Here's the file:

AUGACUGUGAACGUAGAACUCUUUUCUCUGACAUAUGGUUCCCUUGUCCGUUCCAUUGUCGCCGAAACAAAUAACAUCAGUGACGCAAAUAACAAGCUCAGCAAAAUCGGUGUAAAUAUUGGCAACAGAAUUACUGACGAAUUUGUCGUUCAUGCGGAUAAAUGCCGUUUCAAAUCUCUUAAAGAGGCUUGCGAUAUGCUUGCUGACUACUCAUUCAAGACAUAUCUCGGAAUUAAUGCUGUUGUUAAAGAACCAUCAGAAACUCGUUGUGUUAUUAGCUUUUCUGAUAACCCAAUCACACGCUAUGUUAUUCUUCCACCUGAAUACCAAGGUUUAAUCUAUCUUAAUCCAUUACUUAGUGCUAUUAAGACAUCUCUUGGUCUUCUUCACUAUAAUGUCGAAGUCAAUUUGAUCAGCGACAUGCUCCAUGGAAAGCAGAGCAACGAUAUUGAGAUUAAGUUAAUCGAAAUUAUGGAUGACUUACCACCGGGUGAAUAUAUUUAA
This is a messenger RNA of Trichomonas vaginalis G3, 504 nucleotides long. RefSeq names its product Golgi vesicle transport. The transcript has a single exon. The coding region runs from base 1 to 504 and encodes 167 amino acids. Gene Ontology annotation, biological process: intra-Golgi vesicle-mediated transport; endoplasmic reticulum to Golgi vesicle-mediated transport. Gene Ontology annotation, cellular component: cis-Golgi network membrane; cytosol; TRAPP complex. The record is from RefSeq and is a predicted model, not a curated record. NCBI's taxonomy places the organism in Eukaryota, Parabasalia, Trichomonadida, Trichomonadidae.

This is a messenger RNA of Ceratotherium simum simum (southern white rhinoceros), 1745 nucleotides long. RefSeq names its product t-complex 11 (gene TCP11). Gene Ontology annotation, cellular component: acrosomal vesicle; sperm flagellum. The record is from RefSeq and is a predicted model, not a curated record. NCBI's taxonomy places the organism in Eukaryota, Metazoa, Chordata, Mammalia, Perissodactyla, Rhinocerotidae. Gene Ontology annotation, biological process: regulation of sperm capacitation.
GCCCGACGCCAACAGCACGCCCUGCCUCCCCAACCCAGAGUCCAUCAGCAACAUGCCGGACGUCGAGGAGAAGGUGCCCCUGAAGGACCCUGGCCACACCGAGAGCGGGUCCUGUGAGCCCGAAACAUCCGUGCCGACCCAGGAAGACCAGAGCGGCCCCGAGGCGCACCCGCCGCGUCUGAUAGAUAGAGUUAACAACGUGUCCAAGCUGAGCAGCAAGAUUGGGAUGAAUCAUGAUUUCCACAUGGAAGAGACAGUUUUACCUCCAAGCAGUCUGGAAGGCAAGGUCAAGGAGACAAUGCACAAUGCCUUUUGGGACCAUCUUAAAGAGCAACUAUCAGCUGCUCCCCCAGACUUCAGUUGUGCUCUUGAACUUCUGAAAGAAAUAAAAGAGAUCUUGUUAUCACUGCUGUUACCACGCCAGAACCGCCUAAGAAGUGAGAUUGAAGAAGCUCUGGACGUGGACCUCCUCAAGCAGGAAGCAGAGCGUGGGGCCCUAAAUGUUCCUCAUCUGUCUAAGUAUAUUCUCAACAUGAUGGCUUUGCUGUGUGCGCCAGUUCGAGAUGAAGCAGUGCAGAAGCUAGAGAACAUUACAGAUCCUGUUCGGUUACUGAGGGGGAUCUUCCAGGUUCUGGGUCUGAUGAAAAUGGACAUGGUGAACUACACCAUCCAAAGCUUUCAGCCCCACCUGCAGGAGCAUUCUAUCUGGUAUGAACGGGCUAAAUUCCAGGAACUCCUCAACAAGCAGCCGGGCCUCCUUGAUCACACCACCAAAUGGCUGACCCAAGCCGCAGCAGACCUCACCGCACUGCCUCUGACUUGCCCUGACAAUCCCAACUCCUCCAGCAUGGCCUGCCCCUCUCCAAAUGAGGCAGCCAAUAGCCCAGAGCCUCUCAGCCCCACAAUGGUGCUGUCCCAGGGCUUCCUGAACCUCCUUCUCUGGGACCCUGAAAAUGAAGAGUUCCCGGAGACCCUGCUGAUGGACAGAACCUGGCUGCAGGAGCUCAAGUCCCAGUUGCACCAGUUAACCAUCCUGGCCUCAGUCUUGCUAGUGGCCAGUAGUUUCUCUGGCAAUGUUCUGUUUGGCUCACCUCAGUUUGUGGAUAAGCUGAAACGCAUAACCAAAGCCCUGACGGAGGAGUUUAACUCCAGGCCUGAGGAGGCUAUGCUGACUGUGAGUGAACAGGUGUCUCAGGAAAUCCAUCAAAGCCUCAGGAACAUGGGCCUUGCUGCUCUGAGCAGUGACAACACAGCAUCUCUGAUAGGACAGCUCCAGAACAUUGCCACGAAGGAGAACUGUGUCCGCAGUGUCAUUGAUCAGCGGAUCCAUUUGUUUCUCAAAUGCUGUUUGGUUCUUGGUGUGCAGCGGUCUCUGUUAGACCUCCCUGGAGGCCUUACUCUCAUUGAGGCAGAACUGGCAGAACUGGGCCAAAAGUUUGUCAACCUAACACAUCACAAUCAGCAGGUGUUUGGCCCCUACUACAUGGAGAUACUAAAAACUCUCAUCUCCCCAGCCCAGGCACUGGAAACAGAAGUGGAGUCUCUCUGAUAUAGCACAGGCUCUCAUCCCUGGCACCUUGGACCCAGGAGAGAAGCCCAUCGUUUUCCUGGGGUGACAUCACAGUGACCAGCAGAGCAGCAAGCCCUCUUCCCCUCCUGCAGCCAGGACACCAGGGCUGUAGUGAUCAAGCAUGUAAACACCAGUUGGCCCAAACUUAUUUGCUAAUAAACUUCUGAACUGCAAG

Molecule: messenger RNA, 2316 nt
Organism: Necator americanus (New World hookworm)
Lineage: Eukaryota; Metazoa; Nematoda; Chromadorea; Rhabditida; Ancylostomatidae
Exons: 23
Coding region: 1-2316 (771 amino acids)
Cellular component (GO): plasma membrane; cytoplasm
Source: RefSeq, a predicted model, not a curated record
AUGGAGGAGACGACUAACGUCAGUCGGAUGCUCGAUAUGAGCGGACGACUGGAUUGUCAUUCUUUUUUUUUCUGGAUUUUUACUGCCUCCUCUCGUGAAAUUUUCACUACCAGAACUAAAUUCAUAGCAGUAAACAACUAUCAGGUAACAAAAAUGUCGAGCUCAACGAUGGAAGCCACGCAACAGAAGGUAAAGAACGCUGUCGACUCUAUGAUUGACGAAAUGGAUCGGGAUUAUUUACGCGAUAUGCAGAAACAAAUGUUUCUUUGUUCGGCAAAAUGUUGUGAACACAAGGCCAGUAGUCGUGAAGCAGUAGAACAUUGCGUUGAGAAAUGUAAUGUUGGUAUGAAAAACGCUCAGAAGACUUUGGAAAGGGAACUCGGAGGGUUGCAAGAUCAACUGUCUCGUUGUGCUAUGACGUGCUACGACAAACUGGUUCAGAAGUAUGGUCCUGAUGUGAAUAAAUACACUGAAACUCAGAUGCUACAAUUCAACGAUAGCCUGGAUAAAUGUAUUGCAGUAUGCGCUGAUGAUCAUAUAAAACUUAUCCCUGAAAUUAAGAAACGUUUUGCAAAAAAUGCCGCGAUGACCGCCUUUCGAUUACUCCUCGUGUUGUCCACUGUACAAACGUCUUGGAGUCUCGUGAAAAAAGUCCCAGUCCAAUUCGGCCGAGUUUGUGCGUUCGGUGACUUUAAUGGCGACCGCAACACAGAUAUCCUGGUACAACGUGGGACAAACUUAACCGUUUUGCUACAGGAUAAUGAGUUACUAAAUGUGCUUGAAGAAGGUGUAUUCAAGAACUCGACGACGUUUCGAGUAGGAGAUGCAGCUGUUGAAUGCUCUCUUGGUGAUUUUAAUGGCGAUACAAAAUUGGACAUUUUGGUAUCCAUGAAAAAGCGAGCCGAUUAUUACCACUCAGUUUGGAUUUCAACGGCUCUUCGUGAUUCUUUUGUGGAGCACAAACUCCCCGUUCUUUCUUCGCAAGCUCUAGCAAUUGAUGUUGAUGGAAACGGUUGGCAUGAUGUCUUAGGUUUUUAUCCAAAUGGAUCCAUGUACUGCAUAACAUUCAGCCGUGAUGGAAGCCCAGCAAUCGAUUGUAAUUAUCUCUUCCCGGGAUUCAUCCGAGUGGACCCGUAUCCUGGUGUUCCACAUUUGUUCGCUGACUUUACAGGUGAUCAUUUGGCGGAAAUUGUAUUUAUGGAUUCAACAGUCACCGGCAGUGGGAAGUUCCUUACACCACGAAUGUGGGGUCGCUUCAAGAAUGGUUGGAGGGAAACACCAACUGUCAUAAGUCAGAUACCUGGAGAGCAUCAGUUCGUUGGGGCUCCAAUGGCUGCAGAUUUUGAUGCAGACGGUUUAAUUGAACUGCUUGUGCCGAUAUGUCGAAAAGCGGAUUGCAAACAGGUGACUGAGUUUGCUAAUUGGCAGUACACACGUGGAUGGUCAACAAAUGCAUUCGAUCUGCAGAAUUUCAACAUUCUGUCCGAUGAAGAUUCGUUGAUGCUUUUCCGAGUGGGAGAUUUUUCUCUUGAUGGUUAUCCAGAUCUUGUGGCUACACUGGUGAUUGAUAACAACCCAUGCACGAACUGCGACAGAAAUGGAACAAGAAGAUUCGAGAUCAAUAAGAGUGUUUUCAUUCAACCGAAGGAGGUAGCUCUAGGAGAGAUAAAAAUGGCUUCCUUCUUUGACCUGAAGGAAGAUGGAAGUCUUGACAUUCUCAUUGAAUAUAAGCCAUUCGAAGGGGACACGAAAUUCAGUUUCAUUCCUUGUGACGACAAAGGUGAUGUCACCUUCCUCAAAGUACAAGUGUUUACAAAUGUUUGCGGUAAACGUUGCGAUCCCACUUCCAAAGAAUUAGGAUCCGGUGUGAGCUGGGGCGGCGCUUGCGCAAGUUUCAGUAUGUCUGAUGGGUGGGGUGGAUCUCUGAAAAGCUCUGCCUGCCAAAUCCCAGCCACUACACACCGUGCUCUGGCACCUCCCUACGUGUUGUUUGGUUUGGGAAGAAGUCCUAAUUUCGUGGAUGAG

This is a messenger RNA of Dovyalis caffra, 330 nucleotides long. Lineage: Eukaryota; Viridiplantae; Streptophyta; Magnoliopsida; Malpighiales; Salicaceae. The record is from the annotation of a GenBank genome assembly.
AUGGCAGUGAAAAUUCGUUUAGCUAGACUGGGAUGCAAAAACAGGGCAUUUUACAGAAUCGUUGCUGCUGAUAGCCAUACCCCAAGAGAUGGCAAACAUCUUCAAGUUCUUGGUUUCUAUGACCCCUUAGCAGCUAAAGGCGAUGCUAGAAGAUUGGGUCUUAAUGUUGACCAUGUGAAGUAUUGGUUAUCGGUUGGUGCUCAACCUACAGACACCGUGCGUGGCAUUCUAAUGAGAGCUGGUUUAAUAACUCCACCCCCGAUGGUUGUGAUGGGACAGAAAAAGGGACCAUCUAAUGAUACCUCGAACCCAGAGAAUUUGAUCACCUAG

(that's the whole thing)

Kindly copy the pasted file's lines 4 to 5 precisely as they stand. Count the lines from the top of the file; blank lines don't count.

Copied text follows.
GCCCGACGCCAACAGCACGCCCUGCCUCCCCAACCCAGAGUCCAUCAGCAACAUGCCGGACGUCGAGGAGAAGGUGCCCCUGAAGGACCCUGGCCACACCGAGAGCGGGUCCUGUGAGCCCGAAACAUCCGUGCCGACCCAGGAAGACCAGAGCGGCCCCGAGGCGCACCCGCCGCGUCUGAUAGAUAGAGUUAACAACGUGUCCAAGCUGAGCAGCAAGAUUGGGAUGAAUCAUGAUUUCCACAUGGAAGAGACAGUUUUACCUCCAAGCAGUCUGGAAGGCAAGGUCAAGGAGACAAUGCACAAUGCCUUUUGGGACCAUCUUAAAGAGCAACUAUCAGCUGCUCCCCCAGACUUCAGUUGUGCUCUUGAACUUCUGAAAGAAAUAAAAGAGAUCUUGUUAUCACUGCUGUUACCACGCCAGAACCGCCUAAGAAGUGAGAUUGAAGAAGCUCUGGACGUGGACCUCCUCAAGCAGGAAGCAGAGCGUGGGGCCCUAAAUGUUCCUCAUCUGUCUAAGUAUAUUCUCAACAUGAUGGCUUUGCUGUGUGCGCCAGUUCGAGAUGAAGCAGUGCAGAAGCUAGAGAACAUUACAGAUCCUGUUCGGUUACUGAGGGGGAUCUUCCAGGUUCUGGGUCUGAUGAAAAUGGACAUGGUGAACUACACCAUCCAAAGCUUUCAGCCCCACCUGCAGGAGCAUUCUAUCUGGUAUGAACGGGCUAAAUUCCAGGAACUCCUCAACAAGCAGCCGGGCCUCCUUGAUCACACCACCAAAUGGCUGACCCAAGCCGCAGCAGACCUCACCGCACUGCCUCUGACUUGCCCUGACAAUCCCAACUCCUCCAGCAUGGCCUGCCCCUCUCCAAAUGAGGCAGCCAAUAGCCCAGAGCCUCUCAGCCCCACAAUGGUGCUGUCCCAGGGCUUCCUGAACCUCCUUCUCUGGGACCCUGAAAAUGAAGAGUUCCCGGAGACCCUGCUGAUGGACAGAACCUGGCUGCAGGAGCUCAAGUCCCAGUUGCACCAGUUAACCAUCCUGGCCUCAGUCUUGCUAGUGGCCAGUAGUUUCUCUGGCAAUGUUCUGUUUGGCUCACCUCAGUUUGUGGAUAAGCUGAAACGCAUAACCAAAGCCCUGACGGAGGAGUUUAACUCCAGGCCUGAGGAGGCUAUGCUGACUGUGAGUGAACAGGUGUCUCAGGAAAUCCAUCAAAGCCUCAGGAACAUGGGCCUUGCUGCUCUGAGCAGUGACAACACAGCAUCUCUGAUAGGACAGCUCCAGAACAUUGCCACGAAGGAGAACUGUGUCCGCAGUGUCAUUGAUCAGCGGAUCCAUUUGUUUCUCAAAUGCUGUUUGGUUCUUGGUGUGCAGCGGUCUCUGUUAGACCUCCCUGGAGGCCUUACUCUCAUUGAGGCAGAACUGGCAGAACUGGGCCAAAAGUUUGUCAACCUAACACAUCACAAUCAGCAGGUGUUUGGCCCCUACUACAUGGAGAUACUAAAAACUCUCAUCUCCCCAGCCCAGGCACUGGAAACAGAAGUGGAGUCUCUCUGAUAUAGCACAGGCUCUCAUCCCUGGCACCUUGGACCCAGGAGAGAAGCCCAUCGUUUUCCUGGGGUGACAUCACAGUGACCAGCAGAGCAGCAAGCCCUCUUCCCCUCCUGCAGCCAGGACACCAGGGCUGUAGUGAUCAAGCAUGUAAACACCAGUUGGCCCAAACUUAUUUGCUAAUAAACUUCUGAACUGCAAG

Molecule: messenger RNA, 2316 nt